I’ve heard or read a couple of strange stories in the last day or so about the nurses’ trade union making the case for a “pay equity” settlement for their members.
Of course, the very notion of “pay equity” settlements is bizarre, fit only for somewhere like the old Soviet Union. Some government officials decree that job x should be paid the same as job y, as if the price of a banana should be adminstratively and arbitrarily set equal to, say, the price of a kiwifruit because the two might have (say) similar nutritional value.
But what interested me were two lines being used by the nurses in support of the view that they were underpaid (neither line seemed to have much to do with the false equivalency of “pay equity”, but were rather intended to support the claim that nurses were – absolutely – underpaid).
The first, reported here, was this
“In Australia, nurses can be paid as much as $90,000 as a base rate with penal and on-call rates as well. The limit in New Zealand sits around $68,000.”
Last I looked, real GDP per hour worked in Australia (in comparable – PPP – terms) was 41 per cent higher than in New Zealand. That is the best aggregate measure of labour productivity. You’d expect wages and salaries for most jobs to be higher in Australia than they are in New Zealand. That appears to be so for nurses. A larger share of New Zealand’s population is in paid employment than is the case in Australia, so the difference in per capita income is a bit smaller, but still just over 30 per cent. In material terms, Australia is now a richer and more successful country than New Zealand is. Those gaps keep (slowly) getting wider.
Because of the somewhat-common labour market between the two countries that creates some specific problems for New Zealand. Plenty of people will look across the Tasman, weigh up the pros and cons of the heat, the snakes and spiders, and the challenges and opportunities of big cities, and move. Since our somewhat-common labour market applies across the board (not just, say, to public sector nurses), it isn’t a problem we can fix by simply agreeing to all pay ourselves more. Those sorts of outcomes have to be “earned” – not about individuals working harder, but about the economy as a whole finding better and remunerative opportunties, lifting earning possibilities for everyone. Do it enough, and one day that might even be a net flow of New Zealanders coming back from Australia (Ireland managed it, it can be done).
I’m sure the Nurses Organisation is better connected to people at the top of the government than I am, so I can only urge them to suggest to their friends and allies who currently hold office that economywide productivity might be elevated quite a long way up the list of government priorities (in the Labour Party “Our Plan for New Zealand” brochure dropped in my letter box the other day it featured not at all). Remind them, perhaps, that for decades New Zealand has been failing on this count, reducing successive governments to pretending to a success that just hasn’t been achieved. In consequence, wages are much lower than they really should be, and we’ve been more limited than anyone would have liked in dealing with all sort of other social problems.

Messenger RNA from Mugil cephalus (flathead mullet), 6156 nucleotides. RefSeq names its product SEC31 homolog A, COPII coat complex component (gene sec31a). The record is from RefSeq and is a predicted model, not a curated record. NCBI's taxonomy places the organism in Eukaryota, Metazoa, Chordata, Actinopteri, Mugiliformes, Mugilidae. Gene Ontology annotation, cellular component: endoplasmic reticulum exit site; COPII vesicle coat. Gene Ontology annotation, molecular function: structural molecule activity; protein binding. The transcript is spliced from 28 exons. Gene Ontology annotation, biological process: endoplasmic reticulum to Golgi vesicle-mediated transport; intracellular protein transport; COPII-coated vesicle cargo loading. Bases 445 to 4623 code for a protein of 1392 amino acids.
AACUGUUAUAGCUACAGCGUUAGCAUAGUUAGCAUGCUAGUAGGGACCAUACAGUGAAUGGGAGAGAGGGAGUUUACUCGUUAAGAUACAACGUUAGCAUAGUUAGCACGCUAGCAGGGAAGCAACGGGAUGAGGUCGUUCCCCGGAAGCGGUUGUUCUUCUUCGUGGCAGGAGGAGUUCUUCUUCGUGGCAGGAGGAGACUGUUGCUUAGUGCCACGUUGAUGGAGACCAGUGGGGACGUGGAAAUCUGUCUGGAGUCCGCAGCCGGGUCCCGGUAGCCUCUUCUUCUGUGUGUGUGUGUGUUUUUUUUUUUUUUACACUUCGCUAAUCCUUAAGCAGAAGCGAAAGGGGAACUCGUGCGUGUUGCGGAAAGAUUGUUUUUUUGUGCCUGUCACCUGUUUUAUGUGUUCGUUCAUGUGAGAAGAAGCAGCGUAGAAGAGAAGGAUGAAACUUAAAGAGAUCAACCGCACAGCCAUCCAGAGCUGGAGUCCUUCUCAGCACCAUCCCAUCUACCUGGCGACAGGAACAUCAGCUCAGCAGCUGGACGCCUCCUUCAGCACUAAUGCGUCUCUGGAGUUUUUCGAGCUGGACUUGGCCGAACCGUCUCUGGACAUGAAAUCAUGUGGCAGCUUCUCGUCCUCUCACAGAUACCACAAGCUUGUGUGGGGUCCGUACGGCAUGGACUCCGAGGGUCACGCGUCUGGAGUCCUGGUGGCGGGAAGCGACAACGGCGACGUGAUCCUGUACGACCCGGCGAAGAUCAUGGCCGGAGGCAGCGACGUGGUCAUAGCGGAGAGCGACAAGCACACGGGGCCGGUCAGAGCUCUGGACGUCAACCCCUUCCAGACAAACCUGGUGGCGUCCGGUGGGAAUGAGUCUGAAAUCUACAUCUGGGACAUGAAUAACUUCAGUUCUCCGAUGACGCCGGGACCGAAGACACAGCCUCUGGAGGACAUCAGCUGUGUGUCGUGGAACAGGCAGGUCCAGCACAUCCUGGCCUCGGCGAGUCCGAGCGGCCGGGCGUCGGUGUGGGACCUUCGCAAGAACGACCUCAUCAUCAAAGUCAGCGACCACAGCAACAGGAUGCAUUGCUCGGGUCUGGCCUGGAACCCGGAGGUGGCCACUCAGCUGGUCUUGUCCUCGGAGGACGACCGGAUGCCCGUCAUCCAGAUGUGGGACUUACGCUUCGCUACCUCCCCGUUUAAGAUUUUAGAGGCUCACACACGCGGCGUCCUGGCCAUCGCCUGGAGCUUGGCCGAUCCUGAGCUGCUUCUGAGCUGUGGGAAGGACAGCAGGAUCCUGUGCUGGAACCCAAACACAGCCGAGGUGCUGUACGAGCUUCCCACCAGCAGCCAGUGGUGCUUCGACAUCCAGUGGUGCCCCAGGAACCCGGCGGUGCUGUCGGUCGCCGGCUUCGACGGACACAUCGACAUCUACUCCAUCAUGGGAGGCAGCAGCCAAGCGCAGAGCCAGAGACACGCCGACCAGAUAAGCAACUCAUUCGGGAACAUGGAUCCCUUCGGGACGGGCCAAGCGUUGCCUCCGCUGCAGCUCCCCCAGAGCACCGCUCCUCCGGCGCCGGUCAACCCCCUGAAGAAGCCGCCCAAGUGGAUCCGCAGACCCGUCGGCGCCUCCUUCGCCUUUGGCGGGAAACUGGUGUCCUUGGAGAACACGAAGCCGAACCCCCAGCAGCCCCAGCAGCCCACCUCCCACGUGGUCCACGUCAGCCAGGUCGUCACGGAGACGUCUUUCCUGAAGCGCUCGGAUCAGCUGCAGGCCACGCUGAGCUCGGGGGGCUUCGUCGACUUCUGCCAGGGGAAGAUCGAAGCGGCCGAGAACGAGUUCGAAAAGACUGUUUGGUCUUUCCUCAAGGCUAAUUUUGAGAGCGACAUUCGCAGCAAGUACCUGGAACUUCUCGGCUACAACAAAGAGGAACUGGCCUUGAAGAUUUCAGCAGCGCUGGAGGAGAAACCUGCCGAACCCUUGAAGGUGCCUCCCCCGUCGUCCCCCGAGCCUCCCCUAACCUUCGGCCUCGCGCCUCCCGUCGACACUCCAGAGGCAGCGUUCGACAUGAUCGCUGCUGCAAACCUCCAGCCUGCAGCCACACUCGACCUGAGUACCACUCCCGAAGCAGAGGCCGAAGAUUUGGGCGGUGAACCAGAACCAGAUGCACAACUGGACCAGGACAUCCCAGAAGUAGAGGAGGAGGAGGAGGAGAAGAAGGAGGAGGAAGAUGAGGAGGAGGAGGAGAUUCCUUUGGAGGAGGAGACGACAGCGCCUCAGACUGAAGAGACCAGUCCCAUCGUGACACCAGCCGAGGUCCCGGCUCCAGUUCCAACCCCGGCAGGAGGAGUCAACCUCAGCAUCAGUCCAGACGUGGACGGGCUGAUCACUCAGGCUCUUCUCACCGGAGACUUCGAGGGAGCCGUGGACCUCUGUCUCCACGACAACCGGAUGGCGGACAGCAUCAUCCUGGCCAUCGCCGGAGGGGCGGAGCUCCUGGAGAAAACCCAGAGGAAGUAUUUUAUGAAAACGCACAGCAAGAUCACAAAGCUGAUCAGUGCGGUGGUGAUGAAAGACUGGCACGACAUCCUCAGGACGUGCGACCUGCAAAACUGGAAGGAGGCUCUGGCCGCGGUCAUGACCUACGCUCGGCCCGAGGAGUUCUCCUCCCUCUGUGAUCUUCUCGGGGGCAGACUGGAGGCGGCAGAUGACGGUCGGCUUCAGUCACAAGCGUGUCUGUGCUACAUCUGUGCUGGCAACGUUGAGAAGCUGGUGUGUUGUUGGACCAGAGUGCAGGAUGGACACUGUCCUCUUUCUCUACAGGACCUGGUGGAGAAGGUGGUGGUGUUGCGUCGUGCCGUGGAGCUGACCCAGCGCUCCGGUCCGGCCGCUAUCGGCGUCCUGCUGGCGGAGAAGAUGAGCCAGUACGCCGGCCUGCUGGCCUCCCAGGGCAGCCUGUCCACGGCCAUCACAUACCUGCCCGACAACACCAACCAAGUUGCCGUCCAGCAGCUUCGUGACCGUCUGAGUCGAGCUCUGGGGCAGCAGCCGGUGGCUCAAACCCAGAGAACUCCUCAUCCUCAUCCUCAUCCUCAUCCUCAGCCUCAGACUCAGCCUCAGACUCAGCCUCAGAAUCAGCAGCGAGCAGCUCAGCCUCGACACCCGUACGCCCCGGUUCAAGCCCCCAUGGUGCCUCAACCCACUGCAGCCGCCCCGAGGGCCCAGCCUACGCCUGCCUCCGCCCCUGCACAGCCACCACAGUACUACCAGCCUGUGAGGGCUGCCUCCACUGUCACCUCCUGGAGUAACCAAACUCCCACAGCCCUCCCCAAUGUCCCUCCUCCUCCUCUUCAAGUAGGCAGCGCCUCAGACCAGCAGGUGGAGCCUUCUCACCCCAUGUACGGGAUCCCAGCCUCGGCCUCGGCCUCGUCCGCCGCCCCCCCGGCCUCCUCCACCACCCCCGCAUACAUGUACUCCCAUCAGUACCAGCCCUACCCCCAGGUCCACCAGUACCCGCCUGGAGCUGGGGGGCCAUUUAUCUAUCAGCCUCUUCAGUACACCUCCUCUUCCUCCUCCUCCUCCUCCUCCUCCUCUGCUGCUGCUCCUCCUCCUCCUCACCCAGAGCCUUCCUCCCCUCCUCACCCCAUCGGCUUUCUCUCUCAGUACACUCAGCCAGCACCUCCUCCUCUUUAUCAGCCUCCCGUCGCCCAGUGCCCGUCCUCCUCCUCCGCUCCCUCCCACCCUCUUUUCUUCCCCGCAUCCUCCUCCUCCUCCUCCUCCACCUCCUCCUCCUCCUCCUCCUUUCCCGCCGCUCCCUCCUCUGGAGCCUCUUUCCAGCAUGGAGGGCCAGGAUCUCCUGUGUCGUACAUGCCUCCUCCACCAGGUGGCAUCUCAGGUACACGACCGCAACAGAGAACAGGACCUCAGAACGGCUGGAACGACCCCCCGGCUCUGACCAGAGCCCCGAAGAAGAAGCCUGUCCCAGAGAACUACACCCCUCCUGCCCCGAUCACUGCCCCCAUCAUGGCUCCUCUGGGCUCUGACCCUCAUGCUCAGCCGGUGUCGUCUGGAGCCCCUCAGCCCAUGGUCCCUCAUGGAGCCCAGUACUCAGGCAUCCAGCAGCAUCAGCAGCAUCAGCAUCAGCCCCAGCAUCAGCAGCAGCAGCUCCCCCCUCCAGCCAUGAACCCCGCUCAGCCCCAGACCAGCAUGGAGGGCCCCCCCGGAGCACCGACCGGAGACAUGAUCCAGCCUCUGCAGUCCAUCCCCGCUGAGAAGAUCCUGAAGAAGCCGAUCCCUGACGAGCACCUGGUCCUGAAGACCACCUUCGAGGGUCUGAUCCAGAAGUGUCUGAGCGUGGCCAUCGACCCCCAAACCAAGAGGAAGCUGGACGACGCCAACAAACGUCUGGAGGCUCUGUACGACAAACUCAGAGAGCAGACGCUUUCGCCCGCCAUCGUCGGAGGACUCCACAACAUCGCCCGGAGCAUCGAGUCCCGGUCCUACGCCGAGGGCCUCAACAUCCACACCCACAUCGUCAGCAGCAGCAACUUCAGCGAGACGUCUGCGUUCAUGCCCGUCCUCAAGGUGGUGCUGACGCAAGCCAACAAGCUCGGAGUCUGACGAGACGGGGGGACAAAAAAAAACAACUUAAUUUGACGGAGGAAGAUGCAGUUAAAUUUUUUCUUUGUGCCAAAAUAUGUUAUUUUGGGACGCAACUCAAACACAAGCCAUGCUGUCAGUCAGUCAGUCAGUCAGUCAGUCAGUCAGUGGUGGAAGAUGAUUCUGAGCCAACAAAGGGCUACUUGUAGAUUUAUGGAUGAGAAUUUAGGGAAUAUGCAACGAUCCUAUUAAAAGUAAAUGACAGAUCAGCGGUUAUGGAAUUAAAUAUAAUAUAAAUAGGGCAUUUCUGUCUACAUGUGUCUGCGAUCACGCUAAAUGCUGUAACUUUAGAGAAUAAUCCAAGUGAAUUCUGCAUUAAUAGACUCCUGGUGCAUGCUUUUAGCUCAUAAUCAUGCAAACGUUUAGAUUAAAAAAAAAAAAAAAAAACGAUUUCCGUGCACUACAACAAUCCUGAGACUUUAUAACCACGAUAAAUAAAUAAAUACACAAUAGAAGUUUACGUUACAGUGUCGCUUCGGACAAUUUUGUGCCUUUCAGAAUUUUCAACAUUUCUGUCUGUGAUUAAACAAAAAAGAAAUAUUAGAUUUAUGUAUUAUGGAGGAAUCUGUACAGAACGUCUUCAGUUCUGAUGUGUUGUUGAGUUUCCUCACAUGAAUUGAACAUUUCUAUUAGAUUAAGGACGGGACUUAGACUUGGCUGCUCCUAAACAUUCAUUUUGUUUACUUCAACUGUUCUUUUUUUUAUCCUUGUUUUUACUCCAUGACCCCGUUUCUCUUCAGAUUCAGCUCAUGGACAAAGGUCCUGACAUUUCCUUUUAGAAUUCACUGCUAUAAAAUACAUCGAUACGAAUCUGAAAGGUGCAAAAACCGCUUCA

(Of course, from a Nurses Organisation perspective the strategy I’m proposing would fail any sort of cost-benefit assessment: neither National nor Labour show any sign of being seriously interested in doing what it might take to generate much better productivity and incomes, and (by contrast) the nurses seem to have the government wrapped around their little finger on the pay-equity path to improving their own position. But I’m sure nurses are public-spirited people, and they have children too, not all of whom will choose to be nurses.)
The other strand of the nurses’ argument was a bit closer to home. A Wellington hospital nurse was quoted as saying
Only a quarter of the nurses she worked with lived within walking distance of their hospital. The result was that only a quarter of the nurses Ms Hopkinson worked with lived within walking distance of their hospital.
“We can’t afford to live in the communities we nurse in, we’re priced out of these neighbourhoods.” 12 years ago when she started, nurses lived in the central city, but that was no longer the case.
“They’re commuting from Featherston, from up the Kapiti Coast, Upper Hutt; they’re a long way away and they won’t be able to make it to us after an earthquake.”
Even in Wellington, it did seem a bit of a stretch to argue for a pay rise so that nurses could walk to the hospital when the 1 in 300 year earthquake hits. The present value of the cost of that possible post-quake complication will be pretty small indeed.